On doubt

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A few days ago I finished a week-long stint on the road, traveling all over the Charleston, Huntington, and Beckley, West Virginia areas to run youth nights and get school kids excited about Bishop Hodges’ summer camp program.  Shortly before hitting the road Jesus started teaching me something new about Him:  that He is a concerned and loving friend who takes deep interest in our lives.  It seems like such an obvious thing to expect of Him in hindsight, but I believe that God is always showing us new and different sides of Him just when we think we’ve learned all there is to know about Him.

And as soon as this truth had been made known to me, I struggled to accept it, telling myself that there was no way someone could love so unconditionally and so fiercely or that someone could care about me so much.  And He knew that I was wrestling with that.  I knew that He knew, because He had been dropping love notes in my path, little things like well-timed quotes and scripture passages and a visit with a friend, and even big things like the very content of the youth nights I was running with my fellow missionaries.  I knew that these were His way of trying to get my attention and to make me believe that yes, I was loved more than I could ever understand no matter what my doubting mind told me.  But it seemed too good to be true.  I couldn’t wrap my head around it.  So I chose doubt instead.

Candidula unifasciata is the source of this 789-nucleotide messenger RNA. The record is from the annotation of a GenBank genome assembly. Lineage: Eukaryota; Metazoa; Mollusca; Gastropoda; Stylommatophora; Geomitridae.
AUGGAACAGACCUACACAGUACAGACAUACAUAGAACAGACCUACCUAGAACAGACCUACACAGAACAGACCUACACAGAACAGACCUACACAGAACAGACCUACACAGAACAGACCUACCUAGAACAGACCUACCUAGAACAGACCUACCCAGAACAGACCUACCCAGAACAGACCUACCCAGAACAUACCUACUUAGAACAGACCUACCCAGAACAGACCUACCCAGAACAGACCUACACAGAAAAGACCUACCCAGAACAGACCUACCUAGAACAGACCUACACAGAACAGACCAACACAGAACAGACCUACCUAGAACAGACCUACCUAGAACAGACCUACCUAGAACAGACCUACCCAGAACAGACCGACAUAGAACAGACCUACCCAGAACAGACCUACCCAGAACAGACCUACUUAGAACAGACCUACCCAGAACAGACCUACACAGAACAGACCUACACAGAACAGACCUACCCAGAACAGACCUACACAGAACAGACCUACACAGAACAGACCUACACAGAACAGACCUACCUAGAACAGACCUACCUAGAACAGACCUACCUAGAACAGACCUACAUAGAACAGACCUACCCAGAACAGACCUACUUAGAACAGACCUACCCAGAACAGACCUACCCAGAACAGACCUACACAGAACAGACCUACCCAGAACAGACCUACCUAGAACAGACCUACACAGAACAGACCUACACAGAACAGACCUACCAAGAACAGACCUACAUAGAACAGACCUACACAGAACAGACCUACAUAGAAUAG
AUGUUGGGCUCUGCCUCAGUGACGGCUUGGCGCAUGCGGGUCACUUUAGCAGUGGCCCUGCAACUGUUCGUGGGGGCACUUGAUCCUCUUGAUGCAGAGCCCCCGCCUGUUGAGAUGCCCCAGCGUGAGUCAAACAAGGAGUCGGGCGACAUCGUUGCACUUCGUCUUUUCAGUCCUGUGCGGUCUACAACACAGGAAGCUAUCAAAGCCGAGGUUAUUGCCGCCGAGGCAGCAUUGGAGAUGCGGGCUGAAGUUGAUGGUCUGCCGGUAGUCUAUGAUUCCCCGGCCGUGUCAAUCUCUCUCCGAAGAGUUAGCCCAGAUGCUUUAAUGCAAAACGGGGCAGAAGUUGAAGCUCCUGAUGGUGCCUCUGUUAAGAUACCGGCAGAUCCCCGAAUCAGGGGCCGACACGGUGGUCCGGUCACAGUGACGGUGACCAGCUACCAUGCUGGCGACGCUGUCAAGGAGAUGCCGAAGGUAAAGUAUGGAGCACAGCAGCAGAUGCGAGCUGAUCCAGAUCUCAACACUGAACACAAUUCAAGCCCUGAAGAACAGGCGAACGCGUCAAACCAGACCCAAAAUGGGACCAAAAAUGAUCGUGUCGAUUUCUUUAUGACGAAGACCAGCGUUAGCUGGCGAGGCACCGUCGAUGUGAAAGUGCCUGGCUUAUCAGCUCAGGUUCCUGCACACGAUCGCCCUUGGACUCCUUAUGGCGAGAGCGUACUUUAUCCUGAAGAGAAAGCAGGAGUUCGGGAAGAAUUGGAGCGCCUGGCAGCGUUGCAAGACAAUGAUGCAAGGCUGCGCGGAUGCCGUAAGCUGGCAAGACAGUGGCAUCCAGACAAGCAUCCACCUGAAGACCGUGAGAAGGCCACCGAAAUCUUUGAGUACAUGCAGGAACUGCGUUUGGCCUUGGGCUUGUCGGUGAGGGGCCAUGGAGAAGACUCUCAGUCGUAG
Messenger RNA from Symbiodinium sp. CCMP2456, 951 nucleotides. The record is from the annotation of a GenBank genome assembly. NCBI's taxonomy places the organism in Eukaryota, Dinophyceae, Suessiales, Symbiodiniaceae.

Over the weekend I helped at a youth rally key-noted by a nationally-known speaker.  He was selling merchandise at the rally, so I picked up a copy of his book on the Eucharist.  I started reading it moments after I bought it, and almost as soon as I cracked it open I knew it was another thing that Jesus was going to use to try to get through to me.  The chapters spoke directly to the struggle I was facing:  to believe that Jesus truly wanted to be close to me and was concerned about every little detail of my life, no matter how unworthy of His attention and love I may have felt.  But it still wasn’t sinking in.  I still couldn’t understand.

I paused my reading after a few hours to go to dinner with my supervisor and my fellow missionaries.  Almost the entire time I was out, though, I thought about that book.  I felt like continuing to read it needed to be the first thing I did when I got back, like Jesus wanted to continue the conversation that we had begun when I started reading it.  So when I returned to the retreat center where I was staying a few hours later, I took that book to the chapel and kept reading, hoping that the feelings I had at dinner were a sign of things to come.

It was the same story from earlier in the day as I started reading:  Jesus’ perfect love was so clearly laid before me and communicated with such confidence by the author.  But I still wasn’t sure.  I wanted to believe and to accept.  But I couldn’t.

Then I reached page 49.  And on page 49 I found words that my heart needed to hear: